Wewahitchka discusses solutions to aging, damaged cemeteries

At their most recent city meeting, the Wewahitchka city commissioners raised the issue of the city’s aging and damaged cemeteries for consideration.

In particular, the commissioners opened a discussion of how to move forward with efforts aiming to preserve and repair gravesites at local cemeteries, with repairs estimated to cost about $200 per grave, according to Michael Gorteman, the city manager.

“If it’s going to take $200 per grave to get them in good shape, let’s do it,” said Mayor Philip Gaskin at the city’s August 25 meeting. ”We have to.”

The land at the cemeteries is deeded

Tasks to be completed include cleaning out trees causing damage to gravesites and cleaning and repairing older gravestones, especially those from families who no longer live in the area.

The city has established a cemetery committee to help coordinate cleanup efforts as directed by the city.

“It’s going to be up to the city to take care of them because those families don’t even live here anymore,” Gaskin said. 

Ann Johnson, the president of the Wewahitchka Historical Society, informed the commissioners that a workshop on cleaning historical gravestones was going to be held at the Wewahitchka library on October 21. She encouraged the commissioners as well as interested members of the public to attend.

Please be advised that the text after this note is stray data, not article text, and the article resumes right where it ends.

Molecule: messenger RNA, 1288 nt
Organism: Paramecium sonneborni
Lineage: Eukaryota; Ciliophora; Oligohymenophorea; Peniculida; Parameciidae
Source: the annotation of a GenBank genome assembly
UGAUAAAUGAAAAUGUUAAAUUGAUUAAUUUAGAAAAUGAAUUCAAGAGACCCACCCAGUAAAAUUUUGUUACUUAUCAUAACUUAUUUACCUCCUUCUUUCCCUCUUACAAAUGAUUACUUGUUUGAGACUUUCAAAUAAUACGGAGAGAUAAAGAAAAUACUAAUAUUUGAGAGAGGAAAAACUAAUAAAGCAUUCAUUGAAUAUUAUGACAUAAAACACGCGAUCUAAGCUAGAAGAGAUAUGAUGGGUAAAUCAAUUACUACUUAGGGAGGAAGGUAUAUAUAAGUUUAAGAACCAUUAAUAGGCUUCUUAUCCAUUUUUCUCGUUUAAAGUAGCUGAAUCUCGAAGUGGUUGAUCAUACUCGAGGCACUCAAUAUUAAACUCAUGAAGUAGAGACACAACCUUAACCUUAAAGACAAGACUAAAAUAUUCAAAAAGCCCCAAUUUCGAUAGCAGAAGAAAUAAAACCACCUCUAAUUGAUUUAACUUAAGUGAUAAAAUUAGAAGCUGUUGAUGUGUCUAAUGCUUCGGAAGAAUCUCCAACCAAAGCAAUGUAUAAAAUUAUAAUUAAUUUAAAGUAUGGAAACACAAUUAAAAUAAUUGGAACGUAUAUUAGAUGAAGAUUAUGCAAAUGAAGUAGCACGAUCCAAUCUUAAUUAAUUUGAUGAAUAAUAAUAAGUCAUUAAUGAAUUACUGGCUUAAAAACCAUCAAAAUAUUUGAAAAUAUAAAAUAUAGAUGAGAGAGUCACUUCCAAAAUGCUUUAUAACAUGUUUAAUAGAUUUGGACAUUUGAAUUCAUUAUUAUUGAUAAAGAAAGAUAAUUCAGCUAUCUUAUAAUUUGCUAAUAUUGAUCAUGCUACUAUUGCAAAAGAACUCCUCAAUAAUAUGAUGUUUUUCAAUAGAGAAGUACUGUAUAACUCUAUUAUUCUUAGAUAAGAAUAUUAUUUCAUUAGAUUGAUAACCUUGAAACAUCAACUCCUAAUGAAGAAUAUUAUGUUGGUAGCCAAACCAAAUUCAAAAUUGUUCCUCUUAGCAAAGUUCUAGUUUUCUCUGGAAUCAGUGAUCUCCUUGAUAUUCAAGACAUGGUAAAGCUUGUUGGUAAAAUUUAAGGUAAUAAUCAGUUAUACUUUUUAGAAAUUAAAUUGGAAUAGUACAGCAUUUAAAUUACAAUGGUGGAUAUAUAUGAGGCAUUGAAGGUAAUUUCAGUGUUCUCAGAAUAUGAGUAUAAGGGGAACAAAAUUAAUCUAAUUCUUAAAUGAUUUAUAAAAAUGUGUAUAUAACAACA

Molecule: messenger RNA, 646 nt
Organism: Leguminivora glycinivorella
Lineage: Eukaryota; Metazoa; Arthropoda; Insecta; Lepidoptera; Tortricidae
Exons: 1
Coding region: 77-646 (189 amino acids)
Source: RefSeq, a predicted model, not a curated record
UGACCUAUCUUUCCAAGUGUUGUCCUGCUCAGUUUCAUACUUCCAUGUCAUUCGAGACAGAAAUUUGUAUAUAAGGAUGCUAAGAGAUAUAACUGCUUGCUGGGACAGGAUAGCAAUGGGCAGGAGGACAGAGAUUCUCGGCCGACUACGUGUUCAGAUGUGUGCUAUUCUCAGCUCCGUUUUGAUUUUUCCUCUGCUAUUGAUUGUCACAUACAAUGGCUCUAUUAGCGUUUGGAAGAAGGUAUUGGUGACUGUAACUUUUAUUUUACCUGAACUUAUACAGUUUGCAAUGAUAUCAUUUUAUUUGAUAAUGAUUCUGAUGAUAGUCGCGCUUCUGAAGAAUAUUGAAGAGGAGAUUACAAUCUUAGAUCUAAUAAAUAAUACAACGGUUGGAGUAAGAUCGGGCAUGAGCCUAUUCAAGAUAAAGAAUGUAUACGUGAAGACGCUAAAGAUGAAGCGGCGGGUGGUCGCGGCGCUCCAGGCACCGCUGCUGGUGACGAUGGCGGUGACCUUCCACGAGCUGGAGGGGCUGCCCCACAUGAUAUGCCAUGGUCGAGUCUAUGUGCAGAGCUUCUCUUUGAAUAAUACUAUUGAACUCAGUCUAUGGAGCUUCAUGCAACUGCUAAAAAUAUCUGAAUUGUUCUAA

Meet the Editor

Wendy Weitzel, The Star’s digital editor, joined the news outlet in August 2021, as a reporter covering primarily Gulf County.

Prior to then, she interned for Oklahoma-based news wire service Gaylord News and for Oklahoma City-based online newspaper NonDoc.com during her four years at the University of Oklahoma, from which she graduated in May with degrees in online journalism and political science.

While at OU, Weitzel was selected as Carnegie-Knight News21 Investigative Fellow among 30 top journalism students from around the country. She also was senior editor managing a 12-person newsroom in coordination with Oklahoma Watch, a non-profit news organization in eastern Oklahoma.

Wendy Weitzel The Star Digital Editor

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